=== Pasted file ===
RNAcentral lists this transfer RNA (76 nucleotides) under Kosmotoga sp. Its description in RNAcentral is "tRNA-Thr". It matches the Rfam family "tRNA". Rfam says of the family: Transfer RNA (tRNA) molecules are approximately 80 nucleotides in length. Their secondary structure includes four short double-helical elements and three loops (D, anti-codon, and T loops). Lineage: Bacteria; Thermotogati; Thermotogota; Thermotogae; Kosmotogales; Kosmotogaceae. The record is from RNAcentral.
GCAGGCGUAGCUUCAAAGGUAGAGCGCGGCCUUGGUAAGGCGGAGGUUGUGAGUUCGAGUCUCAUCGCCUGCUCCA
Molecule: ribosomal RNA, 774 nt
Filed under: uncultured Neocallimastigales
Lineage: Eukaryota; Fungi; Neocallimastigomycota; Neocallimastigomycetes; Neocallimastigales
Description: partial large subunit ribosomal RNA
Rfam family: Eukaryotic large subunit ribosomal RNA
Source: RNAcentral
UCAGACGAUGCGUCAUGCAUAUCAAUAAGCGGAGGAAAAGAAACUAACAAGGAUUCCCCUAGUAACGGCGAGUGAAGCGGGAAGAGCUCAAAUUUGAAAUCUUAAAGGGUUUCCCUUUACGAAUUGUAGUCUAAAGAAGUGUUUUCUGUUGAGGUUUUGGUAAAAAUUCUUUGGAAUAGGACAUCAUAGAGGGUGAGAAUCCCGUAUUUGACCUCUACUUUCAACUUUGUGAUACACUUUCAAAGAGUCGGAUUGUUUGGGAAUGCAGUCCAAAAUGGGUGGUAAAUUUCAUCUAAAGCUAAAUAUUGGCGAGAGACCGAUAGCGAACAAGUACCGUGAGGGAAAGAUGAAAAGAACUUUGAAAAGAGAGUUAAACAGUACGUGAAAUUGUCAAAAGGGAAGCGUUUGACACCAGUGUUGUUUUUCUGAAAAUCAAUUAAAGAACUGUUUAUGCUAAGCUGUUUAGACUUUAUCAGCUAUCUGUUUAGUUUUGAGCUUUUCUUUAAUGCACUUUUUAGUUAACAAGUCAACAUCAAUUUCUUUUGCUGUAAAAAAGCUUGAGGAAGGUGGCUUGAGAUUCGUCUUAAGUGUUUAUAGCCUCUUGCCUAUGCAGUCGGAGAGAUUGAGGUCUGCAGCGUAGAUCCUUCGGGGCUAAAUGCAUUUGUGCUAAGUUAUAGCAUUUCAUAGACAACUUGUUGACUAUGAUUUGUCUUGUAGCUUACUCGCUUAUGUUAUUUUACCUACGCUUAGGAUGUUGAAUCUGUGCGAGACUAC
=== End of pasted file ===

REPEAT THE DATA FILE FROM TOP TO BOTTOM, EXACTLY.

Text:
RNAcentral lists this transfer RNA (76 nucleotides) under Kosmotoga sp. Its description in RNAcentral is "tRNA-Thr". It matches the Rfam family "tRNA". Rfam says of the family: Transfer RNA (tRNA) molecules are approximately 80 nucleotides in length. Their secondary structure includes four short double-helical elements and three loops (D, anti-codon, and T loops). Lineage: Bacteria; Thermotogati; Thermotogota; Thermotogae; Kosmotogales; Kosmotogaceae. The record is from RNAcentral.
GCAGGCGUAGCUUCAAAGGUAGAGCGCGGCCUUGGUAAGGCGGAGGUUGUGAGUUCGAGUCUCAUCGCCUGCUCCA
Molecule: ribosomal RNA, 774 nt
Filed under: uncultured Neocallimastigales
Lineage: Eukaryota; Fungi; Neocallimastigomycota; Neocallimastigomycetes; Neocallimastigales
Description: partial large subunit ribosomal RNA
Rfam family: Eukaryotic large subunit ribosomal RNA
Source: RNAcentral
UCAGACGAUGCGUCAUGCAUAUCAAUAAGCGGAGGAAAAGAAACUAACAAGGAUUCCCCUAGUAACGGCGAGUGAAGCGGGAAGAGCUCAAAUUUGAAAUCUUAAAGGGUUUCCCUUUACGAAUUGUAGUCUAAAGAAGUGUUUUCUGUUGAGGUUUUGGUAAAAAUUCUUUGGAAUAGGACAUCAUAGAGGGUGAGAAUCCCGUAUUUGACCUCUACUUUCAACUUUGUGAUACACUUUCAAAGAGUCGGAUUGUUUGGGAAUGCAGUCCAAAAUGGGUGGUAAAUUUCAUCUAAAGCUAAAUAUUGGCGAGAGACCGAUAGCGAACAAGUACCGUGAGGGAAAGAUGAAAAGAACUUUGAAAAGAGAGUUAAACAGUACGUGAAAUUGUCAAAAGGGAAGCGUUUGACACCAGUGUUGUUUUUCUGAAAAUCAAUUAAAGAACUGUUUAUGCUAAGCUGUUUAGACUUUAUCAGCUAUCUGUUUAGUUUUGAGCUUUUCUUUAAUGCACUUUUUAGUUAACAAGUCAACAUCAAUUUCUUUUGCUGUAAAAAAGCUUGAGGAAGGUGGCUUGAGAUUCGUCUUAAGUGUUUAUAGCCUCUUGCCUAUGCAGUCGGAGAGAUUGAGGUCUGCAGCGUAGAUCCUUCGGGGCUAAAUGCAUUUGUGCUAAGUUAUAGCAUUUCAUAGACAACUUGUUGACUAUGAUUUGUCUUGUAGCUUACUCGCUUAUGUUAUUUUACCUACGCUUAGGAUGUUGAAUCUGUGCGAGACUAC